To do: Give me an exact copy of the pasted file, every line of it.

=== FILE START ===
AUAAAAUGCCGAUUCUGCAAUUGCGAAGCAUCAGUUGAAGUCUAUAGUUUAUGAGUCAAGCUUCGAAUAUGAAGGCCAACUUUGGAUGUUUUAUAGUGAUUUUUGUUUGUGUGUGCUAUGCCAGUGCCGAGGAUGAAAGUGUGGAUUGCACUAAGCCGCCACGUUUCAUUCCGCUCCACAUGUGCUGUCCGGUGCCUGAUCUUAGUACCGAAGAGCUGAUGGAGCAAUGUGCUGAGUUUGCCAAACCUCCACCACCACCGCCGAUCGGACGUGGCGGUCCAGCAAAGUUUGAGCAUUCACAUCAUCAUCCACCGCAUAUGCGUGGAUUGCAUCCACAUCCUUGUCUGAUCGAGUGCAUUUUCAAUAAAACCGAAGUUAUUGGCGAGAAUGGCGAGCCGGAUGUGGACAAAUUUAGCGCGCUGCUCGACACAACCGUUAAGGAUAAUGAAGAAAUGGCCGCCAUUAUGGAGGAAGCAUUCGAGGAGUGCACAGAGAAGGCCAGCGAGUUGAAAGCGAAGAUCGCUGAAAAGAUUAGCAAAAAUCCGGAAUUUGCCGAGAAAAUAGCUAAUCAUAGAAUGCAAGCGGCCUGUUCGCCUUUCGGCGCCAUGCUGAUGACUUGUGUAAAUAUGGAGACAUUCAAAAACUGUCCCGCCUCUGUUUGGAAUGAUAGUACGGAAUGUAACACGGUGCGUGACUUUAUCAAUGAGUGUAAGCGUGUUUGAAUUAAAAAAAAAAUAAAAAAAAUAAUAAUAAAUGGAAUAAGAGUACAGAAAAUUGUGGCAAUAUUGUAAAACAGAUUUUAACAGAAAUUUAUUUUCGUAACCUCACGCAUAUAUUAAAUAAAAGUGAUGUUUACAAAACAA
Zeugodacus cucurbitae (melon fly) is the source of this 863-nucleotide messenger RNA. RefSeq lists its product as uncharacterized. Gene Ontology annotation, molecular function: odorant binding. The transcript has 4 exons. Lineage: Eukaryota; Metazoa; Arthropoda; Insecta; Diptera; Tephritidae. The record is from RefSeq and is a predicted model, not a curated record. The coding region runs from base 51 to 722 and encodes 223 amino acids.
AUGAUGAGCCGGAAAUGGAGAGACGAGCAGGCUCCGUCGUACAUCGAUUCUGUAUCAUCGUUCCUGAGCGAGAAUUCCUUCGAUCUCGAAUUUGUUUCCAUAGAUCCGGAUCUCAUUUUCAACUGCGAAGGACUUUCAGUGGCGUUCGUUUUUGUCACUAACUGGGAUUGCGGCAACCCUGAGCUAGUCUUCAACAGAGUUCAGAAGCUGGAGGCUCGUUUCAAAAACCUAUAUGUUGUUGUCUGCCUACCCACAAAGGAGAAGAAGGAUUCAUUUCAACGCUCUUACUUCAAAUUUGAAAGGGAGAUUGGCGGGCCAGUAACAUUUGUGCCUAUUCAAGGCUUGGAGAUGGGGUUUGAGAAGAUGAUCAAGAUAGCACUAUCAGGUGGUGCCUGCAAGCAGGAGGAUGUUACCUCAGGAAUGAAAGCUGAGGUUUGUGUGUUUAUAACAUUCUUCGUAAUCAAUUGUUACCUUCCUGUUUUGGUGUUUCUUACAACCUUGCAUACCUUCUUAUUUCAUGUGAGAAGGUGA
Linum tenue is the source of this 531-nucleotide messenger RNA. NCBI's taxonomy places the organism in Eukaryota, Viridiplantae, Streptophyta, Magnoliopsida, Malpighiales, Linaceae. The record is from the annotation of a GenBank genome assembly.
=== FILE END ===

AUAAAAUGCCGAUUCUGCAAUUGCGAAGCAUCAGUUGAAGUCUAUAGUUUAUGAGUCAAGCUUCGAAUAUGAAGGCCAACUUUGGAUGUUUUAUAGUGAUUUUUGUUUGUGUGUGCUAUGCCAGUGCCGAGGAUGAAAGUGUGGAUUGCACUAAGCCGCCACGUUUCAUUCCGCUCCACAUGUGCUGUCCGGUGCCUGAUCUUAGUACCGAAGAGCUGAUGGAGCAAUGUGCUGAGUUUGCCAAACCUCCACCACCACCGCCGAUCGGACGUGGCGGUCCAGCAAAGUUUGAGCAUUCACAUCAUCAUCCACCGCAUAUGCGUGGAUUGCAUCCACAUCCUUGUCUGAUCGAGUGCAUUUUCAAUAAAACCGAAGUUAUUGGCGAGAAUGGCGAGCCGGAUGUGGACAAAUUUAGCGCGCUGCUCGACACAACCGUUAAGGAUAAUGAAGAAAUGGCCGCCAUUAUGGAGGAAGCAUUCGAGGAGUGCACAGAGAAGGCCAGCGAGUUGAAAGCGAAGAUCGCUGAAAAGAUUAGCAAAAAUCCGGAAUUUGCCGAGAAAAUAGCUAAUCAUAGAAUGCAAGCGGCCUGUUCGCCUUUCGGCGCCAUGCUGAUGACUUGUGUAAAUAUGGAGACAUUCAAAAACUGUCCCGCCUCUGUUUGGAAUGAUAGUACGGAAUGUAACACGGUGCGUGACUUUAUCAAUGAGUGUAAGCGUGUUUGAAUUAAAAAAAAAAUAAAAAAAAUAAUAAUAAAUGGAAUAAGAGUACAGAAAAUUGUGGCAAUAUUGUAAAACAGAUUUUAACAGAAAUUUAUUUUCGUAACCUCACGCAUAUAUUAAAUAAAAGUGAUGUUUACAAAACAA
Zeugodacus cucurbitae (melon fly) is the source of this 863-nucleotide messenger RNA. RefSeq lists its product as uncharacterized. Gene Ontology annotation, molecular function: odorant binding. The transcript has 4 exons. Lineage: Eukaryota; Metazoa; Arthropoda; Insecta; Diptera; Tephritidae. The record is from RefSeq and is a predicted model, not a curated record. The coding region runs from base 51 to 722 and encodes 223 amino acids.
AUGAUGAGCCGGAAAUGGAGAGACGAGCAGGCUCCGUCGUACAUCGAUUCUGUAUCAUCGUUCCUGAGCGAGAAUUCCUUCGAUCUCGAAUUUGUUUCCAUAGAUCCGGAUCUCAUUUUCAACUGCGAAGGACUUUCAGUGGCGUUCGUUUUUGUCACUAACUGGGAUUGCGGCAACCCUGAGCUAGUCUUCAACAGAGUUCAGAAGCUGGAGGCUCGUUUCAAAAACCUAUAUGUUGUUGUCUGCCUACCCACAAAGGAGAAGAAGGAUUCAUUUCAACGCUCUUACUUCAAAUUUGAAAGGGAGAUUGGCGGGCCAGUAACAUUUGUGCCUAUUCAAGGCUUGGAGAUGGGGUUUGAGAAGAUGAUCAAGAUAGCACUAUCAGGUGGUGCCUGCAAGCAGGAGGAUGUUACCUCAGGAAUGAAAGCUGAGGUUUGUGUGUUUAUAACAUUCUUCGUAAUCAAUUGUUACCUUCCUGUUUUGGUGUUUCUUACAACCUUGCAUACCUUCUUAUUUCAUGUGAGAAGGUGA
Linum tenue is the source of this 531-nucleotide messenger RNA. NCBI's taxonomy places the organism in Eukaryota, Viridiplantae, Streptophyta, Magnoliopsida, Malpighiales, Linaceae. The record is from the annotation of a GenBank genome assembly.